Sex Differences in Outcome after Endovascular Stroke Therapy for Acute Ischemic Stroke

Sunil A. Sheth, Songmi Lee, Steven J. Warach, Jan Gralla, Reza Jahan, Mayank Goyal, Raul G. Nogueira, Osama O. Zaidat, Vitor M. Pereira, Adnan Siddiqui, Helmi Lutsep, David S. Liebeskind, Louise D. McCullough, Jeffrey L. Saver

Research output: Contribution to journalArticlepeer-review

21 Scopus citations

Abstract

Background and Purpose - We determined the effect of sex on outcome after endovascular stroke thrombectomy in acute ischemic stroke, including lifelong disability outcomes. Methods - We analyzed patients treated with the Solitaire stent retriever in the combined SWIFT (Solitaire FR With the Intention for Thrombectomy), STAR (Solitaire FR Thrombectomy for Acute Revascularization), and SWIFT PRIME (Solitaire FR With the Intention for Thrombectomy as Primary Endovascular Treatment) cohorts. Ordinal and logistic regression were used to examine known factors influencing outcome after endovascular stroke thrombectomy and study the effect of sex on the association between these factors and outcomes, including age and time to reperfusion. Years of optimal life after thrombectomy were defined as disability-adjusted life years and calculated by projecting disability through adjusted poststroke life expectancy by sex. Results - Among 389 patients treated with endovascular stroke thrombectomy, 55% were females, and median National Institutes of Health Stroke Scale was 17 (interquartile range, 8-28). There were no differences between females versus males in presenting deficit severity (National Institutes of Health Stroke Scale score, 17 versus 17, P=0.21), occlusion location (69% versus 64% M1, P=0.62), presenting infarct extent (Alberta Stroke Program Early CT Score 8 versus 8, P=0.24), rate of substantial reperfusion (Thrombolysis in Cerebral Infarction 2b/3, 87% versus 83%, P=0.37), onset to reperfusion time (294 versus 302 minutes, P=0.46). Despite older ages (69 versus 64, P<0.001) and higher rate of atrial fibrillation (45% versus 30%, P=0.002) for females compared with males, adjusted rates of functional independence at 90 days were similar (odds ratio, 1.0; 95% CI, 0.6-1.6). After adjusting for age at presentation and stroke severity, females had more years of optimal life (disability-adjusted life year) after endovascular stroke thrombectomy, 10.6 versus 8.5 years (P<0.001). Conclusions - Despite greater age and higher rate of atrial fibrillation, females experienced comparable functional outcomes and greater years of optimal life after intervention compared with males.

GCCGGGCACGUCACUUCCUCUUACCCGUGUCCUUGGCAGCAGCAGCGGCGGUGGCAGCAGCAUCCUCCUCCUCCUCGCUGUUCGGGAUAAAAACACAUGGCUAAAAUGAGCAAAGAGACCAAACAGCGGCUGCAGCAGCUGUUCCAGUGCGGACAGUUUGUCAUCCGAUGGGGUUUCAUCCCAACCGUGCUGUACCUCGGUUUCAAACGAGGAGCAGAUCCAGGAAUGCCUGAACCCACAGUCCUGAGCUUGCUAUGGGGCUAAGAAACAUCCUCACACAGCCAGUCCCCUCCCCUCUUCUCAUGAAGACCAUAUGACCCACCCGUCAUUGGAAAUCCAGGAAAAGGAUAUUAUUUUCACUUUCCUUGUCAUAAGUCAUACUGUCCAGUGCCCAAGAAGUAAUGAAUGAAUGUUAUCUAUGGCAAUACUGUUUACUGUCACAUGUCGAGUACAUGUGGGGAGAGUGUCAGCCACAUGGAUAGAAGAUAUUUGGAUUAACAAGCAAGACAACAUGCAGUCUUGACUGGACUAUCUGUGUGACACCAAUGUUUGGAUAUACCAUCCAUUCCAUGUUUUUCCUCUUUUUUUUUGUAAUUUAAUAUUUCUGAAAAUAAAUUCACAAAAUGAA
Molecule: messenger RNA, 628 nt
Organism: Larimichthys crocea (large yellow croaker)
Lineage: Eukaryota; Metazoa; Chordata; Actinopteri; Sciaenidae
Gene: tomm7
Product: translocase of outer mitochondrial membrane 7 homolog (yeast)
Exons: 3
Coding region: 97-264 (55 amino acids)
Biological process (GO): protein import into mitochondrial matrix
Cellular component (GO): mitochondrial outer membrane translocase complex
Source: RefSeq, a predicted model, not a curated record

Original languageEnglish (US)
Pages (from-to)2420-2427
Number of pages8
JournalStroke
Volume50
Issue number9
DOIs
StatePublished - Sep 1 2019

Keywords

  • Cerebrovascular stroke
  • Life expectancy
  • Reperfusion
  • Sex
  • Thrombectomy

ASJC Scopus subject areas

  • Clinical Neurology
  • Cardiology and Cardiovascular Medicine
  • Advanced and Specialized Nursing

Fingerprint

Dive into the research topics of 'Sex Differences in Outcome after Endovascular Stroke Therapy for Acute Ischemic Stroke'. Together they form a unique fingerprint.

Cite this